Western Law professor Margaret Ann Wilkinson has been awarded the Ontario Library Association’s Les Fowlie Intellectual Freedom Award. The award, presented at the Ontario Library ‘Superconference’ in Toronto on Feb. 3-4, recognizes “the courage shown by individuals and organizations in defending the rights of library patrons to full access to information.”
It is named in memory of Les Fowlie, a former Chief Librarian of Toronto Public Library, who worked tirelessly on behalf of intellectual freedom in Canada.
The Ontario Library Association is Canada’s largest and oldest library association, providing networking, educational, and advocacy opportunities for more than 5,000 members who work in all types of libraries.
“For the past 10 years, as the copyright reform process has produced various proposed bills, professor Wilkinson has demonstrated exemplary leadership in deciphering the proposed amendments, and assisting with the response from Canada’s library sector,” said Tanis Fink, president, Ontario Library Association.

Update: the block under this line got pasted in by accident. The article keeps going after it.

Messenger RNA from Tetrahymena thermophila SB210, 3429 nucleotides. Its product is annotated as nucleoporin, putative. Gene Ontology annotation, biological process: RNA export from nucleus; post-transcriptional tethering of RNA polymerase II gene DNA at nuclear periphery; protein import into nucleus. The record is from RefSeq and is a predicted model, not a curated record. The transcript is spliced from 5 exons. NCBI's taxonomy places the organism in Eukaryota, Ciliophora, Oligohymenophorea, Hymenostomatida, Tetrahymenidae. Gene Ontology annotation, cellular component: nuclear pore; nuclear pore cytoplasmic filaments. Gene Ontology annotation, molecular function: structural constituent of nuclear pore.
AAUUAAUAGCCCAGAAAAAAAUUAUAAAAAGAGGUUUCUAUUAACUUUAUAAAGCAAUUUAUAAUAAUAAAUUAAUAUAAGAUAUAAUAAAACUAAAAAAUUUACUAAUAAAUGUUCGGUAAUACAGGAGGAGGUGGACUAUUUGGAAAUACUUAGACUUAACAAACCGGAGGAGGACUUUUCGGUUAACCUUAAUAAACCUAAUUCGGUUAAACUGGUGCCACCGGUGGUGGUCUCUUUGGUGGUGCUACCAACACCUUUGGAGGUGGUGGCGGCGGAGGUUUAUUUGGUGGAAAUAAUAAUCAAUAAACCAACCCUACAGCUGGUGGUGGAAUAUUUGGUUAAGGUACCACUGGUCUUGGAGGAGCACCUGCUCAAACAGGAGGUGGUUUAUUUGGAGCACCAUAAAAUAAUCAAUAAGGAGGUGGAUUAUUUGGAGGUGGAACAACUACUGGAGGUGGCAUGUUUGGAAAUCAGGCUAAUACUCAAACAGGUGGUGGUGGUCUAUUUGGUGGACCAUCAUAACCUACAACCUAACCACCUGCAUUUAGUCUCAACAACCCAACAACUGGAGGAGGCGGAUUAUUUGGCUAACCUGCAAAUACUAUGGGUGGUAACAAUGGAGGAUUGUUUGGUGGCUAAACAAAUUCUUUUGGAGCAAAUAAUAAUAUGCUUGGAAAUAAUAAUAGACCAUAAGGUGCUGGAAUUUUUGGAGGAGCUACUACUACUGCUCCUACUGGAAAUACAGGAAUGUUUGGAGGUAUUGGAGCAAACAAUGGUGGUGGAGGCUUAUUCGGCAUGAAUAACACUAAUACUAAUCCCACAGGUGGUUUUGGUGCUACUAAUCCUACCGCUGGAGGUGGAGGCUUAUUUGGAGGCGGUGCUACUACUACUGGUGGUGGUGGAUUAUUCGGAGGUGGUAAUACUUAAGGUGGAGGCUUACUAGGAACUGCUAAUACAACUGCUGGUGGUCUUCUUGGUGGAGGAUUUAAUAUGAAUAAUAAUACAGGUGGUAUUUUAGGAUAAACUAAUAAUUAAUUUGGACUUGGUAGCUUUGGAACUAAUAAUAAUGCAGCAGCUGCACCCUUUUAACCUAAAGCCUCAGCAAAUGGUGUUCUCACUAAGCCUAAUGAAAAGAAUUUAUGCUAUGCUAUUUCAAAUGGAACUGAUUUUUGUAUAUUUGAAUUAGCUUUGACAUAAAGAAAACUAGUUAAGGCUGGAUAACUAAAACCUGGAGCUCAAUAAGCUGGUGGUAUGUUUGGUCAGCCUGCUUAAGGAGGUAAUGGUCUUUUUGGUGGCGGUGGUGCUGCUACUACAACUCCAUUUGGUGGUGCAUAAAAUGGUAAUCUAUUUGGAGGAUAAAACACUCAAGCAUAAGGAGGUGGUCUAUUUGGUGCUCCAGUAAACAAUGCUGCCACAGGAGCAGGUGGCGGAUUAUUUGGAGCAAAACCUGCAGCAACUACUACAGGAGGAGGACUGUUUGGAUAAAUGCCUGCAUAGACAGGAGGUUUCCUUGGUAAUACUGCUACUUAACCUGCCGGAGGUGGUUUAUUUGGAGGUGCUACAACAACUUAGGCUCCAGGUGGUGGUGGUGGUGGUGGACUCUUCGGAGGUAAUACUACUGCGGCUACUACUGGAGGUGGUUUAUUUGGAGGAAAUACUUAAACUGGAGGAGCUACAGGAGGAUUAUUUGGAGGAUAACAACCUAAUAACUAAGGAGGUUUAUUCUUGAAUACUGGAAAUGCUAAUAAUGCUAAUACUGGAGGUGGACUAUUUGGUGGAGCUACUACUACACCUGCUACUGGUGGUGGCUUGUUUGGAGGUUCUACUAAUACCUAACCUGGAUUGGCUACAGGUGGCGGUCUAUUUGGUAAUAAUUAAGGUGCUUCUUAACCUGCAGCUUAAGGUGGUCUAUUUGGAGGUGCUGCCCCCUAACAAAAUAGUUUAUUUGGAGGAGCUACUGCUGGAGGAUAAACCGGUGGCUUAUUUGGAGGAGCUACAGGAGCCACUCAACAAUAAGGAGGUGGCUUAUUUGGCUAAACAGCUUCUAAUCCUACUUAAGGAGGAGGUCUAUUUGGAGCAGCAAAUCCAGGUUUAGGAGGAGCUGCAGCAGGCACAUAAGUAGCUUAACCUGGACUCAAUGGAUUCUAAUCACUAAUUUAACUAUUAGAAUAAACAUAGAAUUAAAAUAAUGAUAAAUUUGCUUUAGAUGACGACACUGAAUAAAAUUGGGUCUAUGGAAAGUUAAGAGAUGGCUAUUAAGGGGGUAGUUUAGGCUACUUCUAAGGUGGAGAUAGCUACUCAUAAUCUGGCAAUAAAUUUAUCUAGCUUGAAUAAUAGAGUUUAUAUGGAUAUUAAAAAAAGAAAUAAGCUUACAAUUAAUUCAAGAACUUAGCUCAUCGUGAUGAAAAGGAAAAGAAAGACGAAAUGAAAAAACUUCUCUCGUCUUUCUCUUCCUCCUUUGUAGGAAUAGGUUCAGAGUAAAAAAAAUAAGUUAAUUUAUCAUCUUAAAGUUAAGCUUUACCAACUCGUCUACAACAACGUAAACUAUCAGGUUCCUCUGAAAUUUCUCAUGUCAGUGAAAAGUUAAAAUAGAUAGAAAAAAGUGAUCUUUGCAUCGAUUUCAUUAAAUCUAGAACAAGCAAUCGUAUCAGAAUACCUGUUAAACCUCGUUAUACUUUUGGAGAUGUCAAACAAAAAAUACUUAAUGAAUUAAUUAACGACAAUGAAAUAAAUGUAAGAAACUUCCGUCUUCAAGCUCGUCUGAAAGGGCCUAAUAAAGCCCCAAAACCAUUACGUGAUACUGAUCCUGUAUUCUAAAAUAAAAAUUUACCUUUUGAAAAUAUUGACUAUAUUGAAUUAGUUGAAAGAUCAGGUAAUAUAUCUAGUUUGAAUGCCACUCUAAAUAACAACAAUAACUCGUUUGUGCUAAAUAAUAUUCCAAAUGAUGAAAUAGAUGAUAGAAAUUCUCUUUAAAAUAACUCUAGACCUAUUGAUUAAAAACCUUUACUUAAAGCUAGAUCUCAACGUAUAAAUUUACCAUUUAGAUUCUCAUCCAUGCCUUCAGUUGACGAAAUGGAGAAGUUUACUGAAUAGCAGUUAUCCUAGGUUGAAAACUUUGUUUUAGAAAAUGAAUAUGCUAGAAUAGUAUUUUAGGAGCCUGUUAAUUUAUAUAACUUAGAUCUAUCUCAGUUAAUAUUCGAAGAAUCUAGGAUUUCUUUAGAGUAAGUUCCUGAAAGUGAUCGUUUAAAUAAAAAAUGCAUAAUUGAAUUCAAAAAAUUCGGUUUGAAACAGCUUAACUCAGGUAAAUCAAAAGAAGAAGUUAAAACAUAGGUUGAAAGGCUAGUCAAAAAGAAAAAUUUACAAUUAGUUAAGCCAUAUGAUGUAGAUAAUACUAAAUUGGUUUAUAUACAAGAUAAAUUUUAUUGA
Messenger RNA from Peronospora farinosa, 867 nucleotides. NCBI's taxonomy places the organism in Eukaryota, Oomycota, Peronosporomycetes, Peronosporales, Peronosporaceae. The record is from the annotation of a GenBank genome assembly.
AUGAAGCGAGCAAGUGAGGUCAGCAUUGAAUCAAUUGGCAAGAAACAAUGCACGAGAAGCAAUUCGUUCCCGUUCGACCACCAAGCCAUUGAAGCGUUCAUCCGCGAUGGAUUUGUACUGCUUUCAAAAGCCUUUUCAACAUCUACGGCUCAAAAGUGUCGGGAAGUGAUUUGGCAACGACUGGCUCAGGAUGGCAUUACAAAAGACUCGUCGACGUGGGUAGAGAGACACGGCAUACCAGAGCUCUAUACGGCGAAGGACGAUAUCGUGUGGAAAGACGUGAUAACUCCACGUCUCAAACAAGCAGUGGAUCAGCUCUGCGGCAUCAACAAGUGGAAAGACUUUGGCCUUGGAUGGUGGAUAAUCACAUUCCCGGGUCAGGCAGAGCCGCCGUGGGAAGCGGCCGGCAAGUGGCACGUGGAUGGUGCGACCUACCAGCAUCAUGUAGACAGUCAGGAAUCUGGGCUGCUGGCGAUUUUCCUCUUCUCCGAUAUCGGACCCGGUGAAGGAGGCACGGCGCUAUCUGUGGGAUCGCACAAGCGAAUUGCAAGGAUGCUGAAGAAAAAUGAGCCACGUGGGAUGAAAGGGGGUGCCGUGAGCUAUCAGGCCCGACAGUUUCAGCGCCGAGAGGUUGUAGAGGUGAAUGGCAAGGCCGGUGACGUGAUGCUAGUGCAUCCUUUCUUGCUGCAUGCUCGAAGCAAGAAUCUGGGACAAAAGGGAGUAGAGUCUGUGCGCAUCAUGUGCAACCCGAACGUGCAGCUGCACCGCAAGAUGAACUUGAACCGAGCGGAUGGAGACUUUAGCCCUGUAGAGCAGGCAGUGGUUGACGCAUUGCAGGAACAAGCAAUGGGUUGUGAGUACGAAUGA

Wilkinson has been the OLA’s copyright advisor (a position previously held by librarian Bernie Katz) and its representative to the Canadian Library Association’s Copyright Committee and is one of the founding members of the Ontario Library Association’s Copyright Users Committee.
In November 2011, she attended the 23rd Session of the World Intellectual Property Organization’s Standing Committee on Copyright and Related Rights in Geneva as a representative of the Canadian Library Association.
The meeting represented the first time libraries and archives have become, on their own, the focus of an international treaty development process for exceptions and limitations to copyright.
Wilkinson, director of the Area of Concentration in Intellectual Property, Information and Technology Law in the Faculty of Law, has a long-standing research involvement with Canadian exceptions and users’ rights for libraries under copyright and with international intellectual property concepts.
Amongst other writings, she is the author of two chapters that focus directly on libraries, amongst other institutions, in collections responding to recent Canadian attempts at copyright reform.